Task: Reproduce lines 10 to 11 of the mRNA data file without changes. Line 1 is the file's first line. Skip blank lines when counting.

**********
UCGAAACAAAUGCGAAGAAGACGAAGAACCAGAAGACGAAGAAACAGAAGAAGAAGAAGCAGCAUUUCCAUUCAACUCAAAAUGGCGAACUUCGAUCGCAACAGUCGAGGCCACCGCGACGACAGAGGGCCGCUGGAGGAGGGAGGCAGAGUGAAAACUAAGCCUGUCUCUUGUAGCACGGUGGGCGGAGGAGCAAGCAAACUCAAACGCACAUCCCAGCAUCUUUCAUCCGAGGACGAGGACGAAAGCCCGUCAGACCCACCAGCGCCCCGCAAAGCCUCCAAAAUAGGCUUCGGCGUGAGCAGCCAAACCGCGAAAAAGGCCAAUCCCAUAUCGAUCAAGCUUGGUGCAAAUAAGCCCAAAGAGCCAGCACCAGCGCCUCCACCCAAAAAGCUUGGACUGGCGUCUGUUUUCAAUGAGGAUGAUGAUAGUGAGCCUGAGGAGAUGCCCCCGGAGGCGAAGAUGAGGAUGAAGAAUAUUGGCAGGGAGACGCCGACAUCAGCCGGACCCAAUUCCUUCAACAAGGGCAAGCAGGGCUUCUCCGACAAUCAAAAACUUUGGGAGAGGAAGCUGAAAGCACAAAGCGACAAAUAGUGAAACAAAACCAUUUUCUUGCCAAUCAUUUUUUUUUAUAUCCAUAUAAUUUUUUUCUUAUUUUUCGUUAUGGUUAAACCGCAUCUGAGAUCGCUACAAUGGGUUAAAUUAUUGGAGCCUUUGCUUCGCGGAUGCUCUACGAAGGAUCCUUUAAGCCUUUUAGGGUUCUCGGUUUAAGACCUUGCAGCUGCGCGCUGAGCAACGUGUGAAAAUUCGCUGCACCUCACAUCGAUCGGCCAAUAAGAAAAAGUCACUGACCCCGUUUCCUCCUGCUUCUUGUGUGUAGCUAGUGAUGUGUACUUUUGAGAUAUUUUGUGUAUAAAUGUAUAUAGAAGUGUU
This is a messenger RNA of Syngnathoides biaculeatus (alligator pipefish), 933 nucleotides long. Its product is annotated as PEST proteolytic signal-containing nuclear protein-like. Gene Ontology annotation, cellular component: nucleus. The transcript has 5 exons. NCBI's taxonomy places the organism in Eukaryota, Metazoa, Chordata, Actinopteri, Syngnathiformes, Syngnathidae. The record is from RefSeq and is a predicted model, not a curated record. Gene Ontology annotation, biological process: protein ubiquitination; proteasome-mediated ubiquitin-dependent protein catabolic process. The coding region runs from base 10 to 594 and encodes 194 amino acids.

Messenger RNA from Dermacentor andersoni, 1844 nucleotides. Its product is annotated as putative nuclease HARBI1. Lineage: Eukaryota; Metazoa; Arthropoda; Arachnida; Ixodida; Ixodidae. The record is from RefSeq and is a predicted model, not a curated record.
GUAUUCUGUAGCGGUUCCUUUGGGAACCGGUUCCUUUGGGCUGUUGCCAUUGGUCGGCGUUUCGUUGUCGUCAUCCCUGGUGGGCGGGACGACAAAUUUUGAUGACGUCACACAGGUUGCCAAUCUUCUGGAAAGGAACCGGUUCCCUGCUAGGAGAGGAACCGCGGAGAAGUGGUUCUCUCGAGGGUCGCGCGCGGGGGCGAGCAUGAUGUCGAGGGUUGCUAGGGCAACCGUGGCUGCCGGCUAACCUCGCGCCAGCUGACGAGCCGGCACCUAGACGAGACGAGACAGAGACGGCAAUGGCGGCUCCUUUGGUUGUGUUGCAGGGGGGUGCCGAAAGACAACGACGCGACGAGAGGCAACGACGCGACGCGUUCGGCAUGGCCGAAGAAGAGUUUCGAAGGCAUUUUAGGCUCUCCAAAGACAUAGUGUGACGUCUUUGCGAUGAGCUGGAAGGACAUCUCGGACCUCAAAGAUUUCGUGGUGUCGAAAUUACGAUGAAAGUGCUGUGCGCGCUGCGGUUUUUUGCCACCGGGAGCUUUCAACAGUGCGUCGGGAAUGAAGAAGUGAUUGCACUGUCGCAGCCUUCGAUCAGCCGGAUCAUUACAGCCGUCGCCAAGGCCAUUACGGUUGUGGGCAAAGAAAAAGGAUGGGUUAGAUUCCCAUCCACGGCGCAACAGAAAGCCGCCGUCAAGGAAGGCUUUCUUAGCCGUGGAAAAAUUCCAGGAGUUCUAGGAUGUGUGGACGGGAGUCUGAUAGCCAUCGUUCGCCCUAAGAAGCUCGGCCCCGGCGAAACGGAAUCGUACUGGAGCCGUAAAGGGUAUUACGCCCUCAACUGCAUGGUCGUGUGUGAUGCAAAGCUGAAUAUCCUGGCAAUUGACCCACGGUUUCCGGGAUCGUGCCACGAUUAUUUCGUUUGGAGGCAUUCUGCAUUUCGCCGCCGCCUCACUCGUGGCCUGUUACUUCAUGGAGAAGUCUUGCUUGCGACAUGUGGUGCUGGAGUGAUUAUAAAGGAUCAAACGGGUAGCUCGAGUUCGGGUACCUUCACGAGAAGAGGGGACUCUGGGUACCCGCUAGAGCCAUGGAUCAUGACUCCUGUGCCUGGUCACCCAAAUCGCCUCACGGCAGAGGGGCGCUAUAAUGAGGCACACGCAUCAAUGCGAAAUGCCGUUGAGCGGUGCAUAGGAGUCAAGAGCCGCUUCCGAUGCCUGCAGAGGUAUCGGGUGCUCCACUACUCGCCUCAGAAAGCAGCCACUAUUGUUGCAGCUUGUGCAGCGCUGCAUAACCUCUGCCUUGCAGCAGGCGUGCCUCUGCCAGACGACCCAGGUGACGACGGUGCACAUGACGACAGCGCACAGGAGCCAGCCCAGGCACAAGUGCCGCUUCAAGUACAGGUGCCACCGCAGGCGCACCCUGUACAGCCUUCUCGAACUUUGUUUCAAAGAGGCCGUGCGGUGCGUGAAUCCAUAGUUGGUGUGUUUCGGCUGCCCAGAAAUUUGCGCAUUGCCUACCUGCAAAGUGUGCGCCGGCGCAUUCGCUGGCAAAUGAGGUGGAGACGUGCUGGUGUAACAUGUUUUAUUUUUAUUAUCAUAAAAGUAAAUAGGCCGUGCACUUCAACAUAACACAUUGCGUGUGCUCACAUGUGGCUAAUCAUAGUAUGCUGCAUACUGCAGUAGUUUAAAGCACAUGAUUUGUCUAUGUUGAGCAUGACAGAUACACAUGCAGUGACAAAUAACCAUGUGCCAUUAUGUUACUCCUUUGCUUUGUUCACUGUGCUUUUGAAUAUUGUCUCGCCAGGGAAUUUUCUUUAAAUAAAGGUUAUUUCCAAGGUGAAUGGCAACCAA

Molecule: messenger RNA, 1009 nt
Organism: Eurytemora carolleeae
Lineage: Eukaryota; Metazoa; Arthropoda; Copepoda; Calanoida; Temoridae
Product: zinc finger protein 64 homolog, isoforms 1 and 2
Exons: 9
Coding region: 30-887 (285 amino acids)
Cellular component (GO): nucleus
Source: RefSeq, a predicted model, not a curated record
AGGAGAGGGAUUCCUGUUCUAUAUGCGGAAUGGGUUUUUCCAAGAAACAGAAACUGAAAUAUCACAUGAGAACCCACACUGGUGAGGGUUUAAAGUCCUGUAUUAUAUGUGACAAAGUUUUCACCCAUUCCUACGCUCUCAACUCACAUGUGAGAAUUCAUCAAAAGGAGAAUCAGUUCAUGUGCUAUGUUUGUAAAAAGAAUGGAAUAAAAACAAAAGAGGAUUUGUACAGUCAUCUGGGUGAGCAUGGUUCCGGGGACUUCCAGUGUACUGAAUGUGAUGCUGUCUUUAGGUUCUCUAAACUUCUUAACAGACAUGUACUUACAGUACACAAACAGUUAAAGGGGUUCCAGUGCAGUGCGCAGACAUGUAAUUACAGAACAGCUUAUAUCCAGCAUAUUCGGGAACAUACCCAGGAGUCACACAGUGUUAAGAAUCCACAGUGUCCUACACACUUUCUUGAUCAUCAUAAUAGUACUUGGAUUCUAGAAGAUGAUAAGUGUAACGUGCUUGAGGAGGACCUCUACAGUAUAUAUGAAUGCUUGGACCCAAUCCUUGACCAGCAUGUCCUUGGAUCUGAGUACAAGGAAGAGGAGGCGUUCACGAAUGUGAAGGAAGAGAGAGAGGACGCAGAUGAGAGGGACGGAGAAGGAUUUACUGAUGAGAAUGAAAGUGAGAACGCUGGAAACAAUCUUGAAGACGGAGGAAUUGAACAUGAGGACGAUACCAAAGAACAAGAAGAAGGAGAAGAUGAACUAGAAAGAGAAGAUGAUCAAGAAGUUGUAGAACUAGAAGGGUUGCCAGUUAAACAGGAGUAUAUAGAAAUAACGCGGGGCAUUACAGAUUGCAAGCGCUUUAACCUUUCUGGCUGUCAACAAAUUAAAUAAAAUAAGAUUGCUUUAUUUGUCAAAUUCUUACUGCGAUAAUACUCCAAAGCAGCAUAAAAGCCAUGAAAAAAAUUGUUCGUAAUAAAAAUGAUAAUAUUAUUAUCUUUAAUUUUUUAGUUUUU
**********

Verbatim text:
Coding region: 30-887 (285 amino acids)
Cellular component (GO): nucleus